The Inside Story from Italian Wine Merchants

Making the Most of Your Wine Tasting

Posted on | September 24, 2015 | Written by IWM Staff | No Comments

Fiorano_Dinner_Alessia_AntinoriAlmost every Saturday, IWM hosts wine tasting events, and just about every day, we have informal tastings for the staff. We introduce a lot of people to tasting wine for fun and profit, and we taste a lot ourselves. When you go to a tasting, you want to get the most out of it by experiencing it fully and by recalling what you’ve smelled, swallowed and spit.

Rules are for the Weak: We believe there are no real rules.  Wine snobs will tell you that you are doing something wrong or right.  This is false. Wine is an incredibly customizable, very personal experience.  The following tips are just loose guidelines, like the pirate code.  It’s very easy to have a great time at a tasting—and we just want to help you have the best time you can while retaining what you experienced.

Foundation is Key: It is important for perseverance that you have something in your stomach.  The perfect casual meal the morning of a tasting is an egg and cheese on a bagel.  It sounds silly, but it really is a great combination: the eggs keep your body’s metabolism going, and the bagel is a needed boost of carbohydrates. Avoid consuming spicy foods because that will certainly alter the palate. Try not to drink coffee, brush your teeth, drink orange juice, or drink anything but water an hour before the beginning of the tasting. It’s hard, but do your best.

Go with Greige: Preparation is simple, and the mouth and nose should be as neutral as possible–the nose is equally important to the mouth.  Try to avoid smoking at least 30-60 minutes prior to the tasting, and try to avoid any strong smells, as you want your nose to pick up on the subtleties and complexities of the wine.  Also, avoid all perfumes because you—and everyone around you—will smell them and not the wine.  If you find yourself at a tasting having just drunk a shot of espresso, drink a lot of water and eat bread before your first glass. Barring that, rinse your mouth with the lightest, most innocuous wine the event is pouring. Your sommelier will help you out; we’ve all been there.

Embrace Your Inner Gandhi: To maximize the learning experience it is important to approach the wines and judge equally.  Let go of prejudice. You may find that this is the day you find a Riesling you like. It could happen, but only if you free your mind. But it is best to go from fizzy to white to red, and within those categories, from light-bodied to full-bodied wines. If you’re confused, ask your sommelier for direction.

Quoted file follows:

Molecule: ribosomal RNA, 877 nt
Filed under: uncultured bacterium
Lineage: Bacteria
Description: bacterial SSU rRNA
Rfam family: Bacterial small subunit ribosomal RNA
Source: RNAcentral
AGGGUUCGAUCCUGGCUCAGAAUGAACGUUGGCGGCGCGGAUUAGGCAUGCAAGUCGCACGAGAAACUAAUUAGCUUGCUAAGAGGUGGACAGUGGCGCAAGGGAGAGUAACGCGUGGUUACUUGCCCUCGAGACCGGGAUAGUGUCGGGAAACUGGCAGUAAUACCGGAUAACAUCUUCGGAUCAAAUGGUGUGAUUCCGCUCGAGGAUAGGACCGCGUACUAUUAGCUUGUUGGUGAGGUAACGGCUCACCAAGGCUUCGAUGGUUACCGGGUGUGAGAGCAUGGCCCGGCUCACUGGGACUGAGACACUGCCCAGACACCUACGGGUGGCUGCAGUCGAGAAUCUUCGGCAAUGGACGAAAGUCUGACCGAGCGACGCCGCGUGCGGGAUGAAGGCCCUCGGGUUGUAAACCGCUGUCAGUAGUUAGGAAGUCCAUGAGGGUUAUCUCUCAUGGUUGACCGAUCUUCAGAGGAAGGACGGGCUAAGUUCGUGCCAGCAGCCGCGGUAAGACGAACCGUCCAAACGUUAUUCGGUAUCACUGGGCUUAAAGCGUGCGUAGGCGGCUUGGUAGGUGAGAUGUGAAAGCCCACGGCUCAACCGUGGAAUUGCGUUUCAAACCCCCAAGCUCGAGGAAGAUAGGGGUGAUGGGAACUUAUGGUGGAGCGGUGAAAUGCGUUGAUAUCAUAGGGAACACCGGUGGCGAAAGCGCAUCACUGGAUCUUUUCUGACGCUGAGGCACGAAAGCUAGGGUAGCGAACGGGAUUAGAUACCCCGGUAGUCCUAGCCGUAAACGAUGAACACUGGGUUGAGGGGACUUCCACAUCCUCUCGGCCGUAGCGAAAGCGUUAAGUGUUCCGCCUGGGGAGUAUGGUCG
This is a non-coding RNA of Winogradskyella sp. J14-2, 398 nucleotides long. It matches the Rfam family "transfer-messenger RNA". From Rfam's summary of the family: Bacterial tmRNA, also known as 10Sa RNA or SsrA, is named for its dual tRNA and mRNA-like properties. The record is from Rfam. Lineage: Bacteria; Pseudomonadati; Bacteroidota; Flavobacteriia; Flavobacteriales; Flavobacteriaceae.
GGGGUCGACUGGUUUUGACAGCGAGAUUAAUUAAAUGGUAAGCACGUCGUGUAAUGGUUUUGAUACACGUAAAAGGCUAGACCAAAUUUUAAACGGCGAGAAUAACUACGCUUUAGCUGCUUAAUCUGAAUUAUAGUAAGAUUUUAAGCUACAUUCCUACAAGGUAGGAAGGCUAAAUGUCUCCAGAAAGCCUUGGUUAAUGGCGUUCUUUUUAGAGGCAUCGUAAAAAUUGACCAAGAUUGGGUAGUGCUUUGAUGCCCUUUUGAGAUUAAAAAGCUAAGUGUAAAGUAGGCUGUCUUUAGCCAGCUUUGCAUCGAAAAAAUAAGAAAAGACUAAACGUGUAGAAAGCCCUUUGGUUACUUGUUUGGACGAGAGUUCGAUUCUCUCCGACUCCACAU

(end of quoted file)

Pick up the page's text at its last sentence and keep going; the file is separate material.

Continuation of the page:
It’s All in the Wrist (and the Schnozz): Start simple with a solid swirl around the glass for a few seconds.  If you’re new to swirling, try doing it with the glass on a flat surface like a coffee table. Swirl, then stick your nose in and take your first whiff.  This is not a make it or break it moment; it’s only a small introduction.  Of course, you can tell whether or not you like the wine immediately, but really understanding takes a little digging. Try taking a sip and suck in a little oxygen so that the wine interacts with a little blast of oxygen on your taste buds.  It is best to swirl, sniff, sip a few times to really pick up on the important subtleties that describe the wines.

Try, Try Again: Challenge yourself to really whiff a little deeper, think a little harder, as it will be easy to imagine yourself in that vineyard, standing on the terroir that defines the liquid in that glass.

It’s Not the MTA: Spitting is fine. Just use the spittoons, and keep napkins handy. Everyone dribbles.

Make Like George Costanza and Do It With Food: Snacks are great when tasting, especially cheeses. Our favorite saying is “If it grows together, it goes together.” Cured meats can be glorious with medium-to-full reds.   Avoid cheeses too high in acidity (like goat cheeses) as it throws off lots of reds.

Imagine All the Questions: Wine tasting is not only a chance to socialize and have fun, but it is the opportunity to directly enjoy the often very painstaking work of an entire wine making team.  Imagine the people you’d drink the wines with  and with what foods you would pair it with.  The person pouring the wines is always full of expert level information about the wines.  Don’t hesitate to ask questions, you’ll learn a lot more this way. Everyone was a beginner once, even that person standing in front of you answering the questions so confidently.

Documents, Please: Every tasting you go to will give you a little booklet for notes. Write down your thoughts. If you find yourself tasting a wine without a booklet, take a picture with your cellphone, jot notes on a smartphone app, or just ask for something to write with. When you write things down—including your impressions—you’ll recall them later.

Take It Home: Don’t just remember what you enjoyed best; experiment with similar wines in the future.  Wine is a living, ever-changing tapestry, and discovering it is an extremely rewarding experience.

Upcoming events include not just IWM NYC’s regular Saturday tastings, but also a very special dinner honoring The Wine Bible and its author, Karen MacNeil, on October 8, 2015.


Leave a Reply